The rich and colourful story of Alice Milligan

Diona Doherty’s one-woman performance charts the life of a prolific poet and political activist Diona Doherty’s one-woman performance charts the life of a prolific poet and political activist
By Ciara Quinn

THE life and times of one of Ireland’s most extraordinary human rights campaigners is to be brought to life by Aisling Ghéar Theatre Company in their retelling of

Alice Milligan – A Girl of Genius.

Directed by Bríd Ó Gallchoir, the unique one-woman show charts the life of a prolific poet, political activist, journalist and organiser of the Irish language movement in Ulster in the 1920s.

The production, which has already played to audiences as part of the Irish Theatre Festival in New York, will be performed on Sunday at the Mhic Reachtáin Summer School and for a handful of dates during the August Féile.

Portraying the character of Alice, actress Diona Doherty told the Andersonstown News that it was important to bring her story to life “as it’s one name that doesn’t pop up in as many history books as some of the other figures from the era of the 1916 centenary and early 1920s”.

“Alice Milligan was really something of a large personality, her roster of friends included WB Yeats, Arthur Griffith, Maud Gonne and James Connolly to name but a few,” said Diona. “She was heavily involved in the Irish language movement and a lot of eyebrows were raised about this at time, especially as she was born into a unionist, Protestant, middle class family. She was very radical for the time, starting two newspapers and she campaigned tirelessly for the Irish language throughout the country and rubbed shoulders with very prominent figures in Irish history along the way. However, despite all this Alice Milligan seems to be one of the forgotten figures of Irish history, not many people know who she is, who she was.

“The play is not as Gaeilge. I know Aisling Ghéar have been questioned before as to why this is, but it’s because Alice spoke English she wasn’t fluent. She did attempt to learn it throughout her lifetime but she never felt very comfortable speaking the language. To do the show in Irish would almost be disingenuous.”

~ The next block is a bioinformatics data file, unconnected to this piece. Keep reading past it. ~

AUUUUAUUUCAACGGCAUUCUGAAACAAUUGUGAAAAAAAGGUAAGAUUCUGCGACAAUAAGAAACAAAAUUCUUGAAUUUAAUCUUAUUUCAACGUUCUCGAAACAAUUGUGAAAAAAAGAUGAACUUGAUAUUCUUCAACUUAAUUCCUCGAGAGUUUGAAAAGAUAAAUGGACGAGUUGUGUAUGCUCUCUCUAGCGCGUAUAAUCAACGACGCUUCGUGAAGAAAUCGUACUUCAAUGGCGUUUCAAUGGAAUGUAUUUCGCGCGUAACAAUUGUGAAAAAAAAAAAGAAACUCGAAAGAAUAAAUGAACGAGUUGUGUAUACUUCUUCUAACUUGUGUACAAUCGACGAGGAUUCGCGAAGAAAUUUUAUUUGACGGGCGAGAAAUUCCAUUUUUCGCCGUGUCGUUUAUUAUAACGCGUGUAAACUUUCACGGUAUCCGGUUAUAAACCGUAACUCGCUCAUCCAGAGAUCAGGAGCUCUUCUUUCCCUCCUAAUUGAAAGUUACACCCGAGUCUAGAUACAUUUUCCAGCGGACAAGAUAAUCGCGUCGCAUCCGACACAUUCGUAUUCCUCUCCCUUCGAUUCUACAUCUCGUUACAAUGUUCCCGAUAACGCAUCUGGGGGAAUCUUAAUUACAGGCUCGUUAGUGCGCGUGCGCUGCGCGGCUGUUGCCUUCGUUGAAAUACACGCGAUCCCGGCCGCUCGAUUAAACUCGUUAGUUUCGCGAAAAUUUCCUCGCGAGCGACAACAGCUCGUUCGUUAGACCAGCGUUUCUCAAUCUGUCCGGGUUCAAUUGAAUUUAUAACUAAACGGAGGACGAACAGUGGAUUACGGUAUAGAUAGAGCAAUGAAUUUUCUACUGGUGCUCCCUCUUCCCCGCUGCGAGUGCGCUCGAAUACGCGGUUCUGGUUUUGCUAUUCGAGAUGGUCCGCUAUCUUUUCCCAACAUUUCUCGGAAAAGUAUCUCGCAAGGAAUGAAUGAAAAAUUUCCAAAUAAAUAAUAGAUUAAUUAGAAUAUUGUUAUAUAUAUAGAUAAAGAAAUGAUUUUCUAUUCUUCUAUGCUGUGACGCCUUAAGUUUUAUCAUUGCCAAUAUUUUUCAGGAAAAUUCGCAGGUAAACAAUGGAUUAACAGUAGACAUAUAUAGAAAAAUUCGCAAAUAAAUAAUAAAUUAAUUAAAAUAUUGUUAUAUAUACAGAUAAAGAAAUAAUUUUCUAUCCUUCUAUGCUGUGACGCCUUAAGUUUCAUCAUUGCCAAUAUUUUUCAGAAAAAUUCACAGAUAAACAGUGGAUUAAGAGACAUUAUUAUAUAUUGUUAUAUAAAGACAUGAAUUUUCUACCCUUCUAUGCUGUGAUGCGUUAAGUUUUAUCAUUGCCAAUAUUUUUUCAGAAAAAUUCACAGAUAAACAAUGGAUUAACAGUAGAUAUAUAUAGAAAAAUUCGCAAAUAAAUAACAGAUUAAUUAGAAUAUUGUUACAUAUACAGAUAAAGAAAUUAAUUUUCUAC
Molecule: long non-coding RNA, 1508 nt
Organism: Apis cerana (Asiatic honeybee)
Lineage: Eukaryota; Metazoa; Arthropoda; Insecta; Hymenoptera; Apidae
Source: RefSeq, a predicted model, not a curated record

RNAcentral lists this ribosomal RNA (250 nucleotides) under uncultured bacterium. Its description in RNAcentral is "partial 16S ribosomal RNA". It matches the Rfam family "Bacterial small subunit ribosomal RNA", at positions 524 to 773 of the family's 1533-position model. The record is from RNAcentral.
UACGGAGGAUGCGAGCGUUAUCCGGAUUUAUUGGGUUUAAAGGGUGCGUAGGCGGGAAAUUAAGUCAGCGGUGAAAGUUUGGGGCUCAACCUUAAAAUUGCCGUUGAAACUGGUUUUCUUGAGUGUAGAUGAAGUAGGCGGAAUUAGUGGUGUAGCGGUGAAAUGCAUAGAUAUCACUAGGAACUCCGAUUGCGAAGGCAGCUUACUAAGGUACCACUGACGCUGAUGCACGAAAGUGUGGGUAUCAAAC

Diona explained that since the play has been performed audiences have warmly received Alice’s story.

“Since we’ve been telling her story it’s really amazing the amount of things she was actually involved in and the famous figures she encountered, met and befriended. The story is bookended with her being a 90-year-old woman and the play unfolds like little time capsules almost, snapshots of her life going back and forward to her 20s, into middle age. The are a lot of personal stories that I’m conveying. Alice never married or had children, there was a lot of heartache in her life as well. Especially in the year of the 1916 centenary I think it’s very apt that we are doing this play. There has been a lot of retelling of the stories from that time that have omitted the women who did so much. With the newspapers that Alice brought out they were able to reach the working class masses and that was her goal, to educate.”

Alice Milligan – A Girl of Genius will be performed at the Mhic Reachtáin Summer School, Antrim Road, on Sunday, July 24 at 8pm. For ticket details telephone 02890 70 9688. Two performances will be held in the Cultúrlann as part of Féile an Phobail on Saturday, August 6 at 2pm and 8pm. Tickets are priced at £6 and £8 and are available from the Cultúrlann.